Due to the rising cost of gas, many municipalities and public institutions are starting to look at alternatives to the traditional five-day work week. According to the "Oil Prices Prompt Four-Day Week" article, a county in Michigan and Suffolk County in New York are considering placing their public employees on a four-day work week. For a traditional 40-hour week, this would mean four, ten hour days.
I think this is a brilliant idea - both for employees and the public at large. If given the option, I know I would rather spend four days in the office than five. It would be nice to have an extra-day off during the week to run errands and just live life. Plus, if the municipalities need to make sure employees are putting in 10-hour days, perhaps public offices would be open longer than 8 a.m. - 4 p.m. or 9 a.m. to 5 p.m. I know I could benefit from visiting a town office or a state office after 5 p.m. (when most are closed). Not to mention - local traffic would be reduced during the rush hour.
The Commonwealth of Massachusetts - which already experiences congestion-clogged roads - should really start to have both state-offices and local municipal offices explore the viability of moving employees to a 4-day work week. And for the private sector . . . I'm really surprised more companies aren't exploring ways to let their employees tele-commute - even if it is for one day. The technology is in place to allow people to work remotely. Plus the ability to tele-commute or work a truncated workweek could be a perk in companies that can't or won't offer raises (on a totally different subject, I read the other day that a 2% raise is about the average that a lot of companies are offering - if you even get a raise).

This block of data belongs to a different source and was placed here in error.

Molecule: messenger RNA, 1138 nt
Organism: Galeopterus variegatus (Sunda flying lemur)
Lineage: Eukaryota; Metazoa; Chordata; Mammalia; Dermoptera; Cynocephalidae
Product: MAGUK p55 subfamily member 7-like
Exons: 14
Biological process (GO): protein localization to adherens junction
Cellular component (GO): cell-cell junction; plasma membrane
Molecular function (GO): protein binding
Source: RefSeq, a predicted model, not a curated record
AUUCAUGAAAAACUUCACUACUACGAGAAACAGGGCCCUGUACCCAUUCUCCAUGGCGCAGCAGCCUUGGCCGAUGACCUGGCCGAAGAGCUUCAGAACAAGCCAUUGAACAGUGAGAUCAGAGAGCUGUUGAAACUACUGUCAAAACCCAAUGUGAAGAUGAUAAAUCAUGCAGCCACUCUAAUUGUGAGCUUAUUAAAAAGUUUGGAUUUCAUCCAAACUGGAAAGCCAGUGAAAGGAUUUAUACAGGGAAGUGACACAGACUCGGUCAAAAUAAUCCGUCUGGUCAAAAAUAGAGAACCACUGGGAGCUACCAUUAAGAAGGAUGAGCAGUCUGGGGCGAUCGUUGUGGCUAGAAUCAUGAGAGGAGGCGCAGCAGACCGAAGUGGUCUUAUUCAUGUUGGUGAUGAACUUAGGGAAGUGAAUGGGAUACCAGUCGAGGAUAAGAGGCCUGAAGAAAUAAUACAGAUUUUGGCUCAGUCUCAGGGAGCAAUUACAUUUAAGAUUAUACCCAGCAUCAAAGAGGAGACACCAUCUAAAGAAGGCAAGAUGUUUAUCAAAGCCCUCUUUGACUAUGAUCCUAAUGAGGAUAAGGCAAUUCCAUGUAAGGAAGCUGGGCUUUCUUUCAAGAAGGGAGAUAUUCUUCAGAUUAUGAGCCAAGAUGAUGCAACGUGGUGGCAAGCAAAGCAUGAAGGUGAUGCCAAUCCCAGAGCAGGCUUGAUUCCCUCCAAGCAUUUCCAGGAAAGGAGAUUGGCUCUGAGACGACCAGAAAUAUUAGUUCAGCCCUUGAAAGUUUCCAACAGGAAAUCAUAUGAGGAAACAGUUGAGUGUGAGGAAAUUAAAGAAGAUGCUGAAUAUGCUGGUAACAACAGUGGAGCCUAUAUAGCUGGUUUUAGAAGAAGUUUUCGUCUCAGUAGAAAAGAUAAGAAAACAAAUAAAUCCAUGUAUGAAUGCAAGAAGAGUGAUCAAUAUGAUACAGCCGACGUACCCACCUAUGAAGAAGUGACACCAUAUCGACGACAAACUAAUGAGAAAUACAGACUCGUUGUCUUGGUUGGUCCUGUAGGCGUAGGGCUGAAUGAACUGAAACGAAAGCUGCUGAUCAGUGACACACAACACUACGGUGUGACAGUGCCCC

In today's offline and online Journal, there was an article titled "Railroads Roll With a Greener Approach" about how train companies (such as CSX) have created a series of ads promoting freight trains as a green transportation source. I've heard the ads for CSX here in the greater-Boston area and I think I've even seen some billboards.
Why freight trains can be considered green:
Freight trains now use much cleaner and more fuel-efficient diesel engines, and railroad companies are testing new engines that the industry is touting as "ultralow-emission." Many environmentalists acknowledge that the railroads have a powerful argument, given that freight trains burn far less fuel than trucks and can help reduce highway congestion.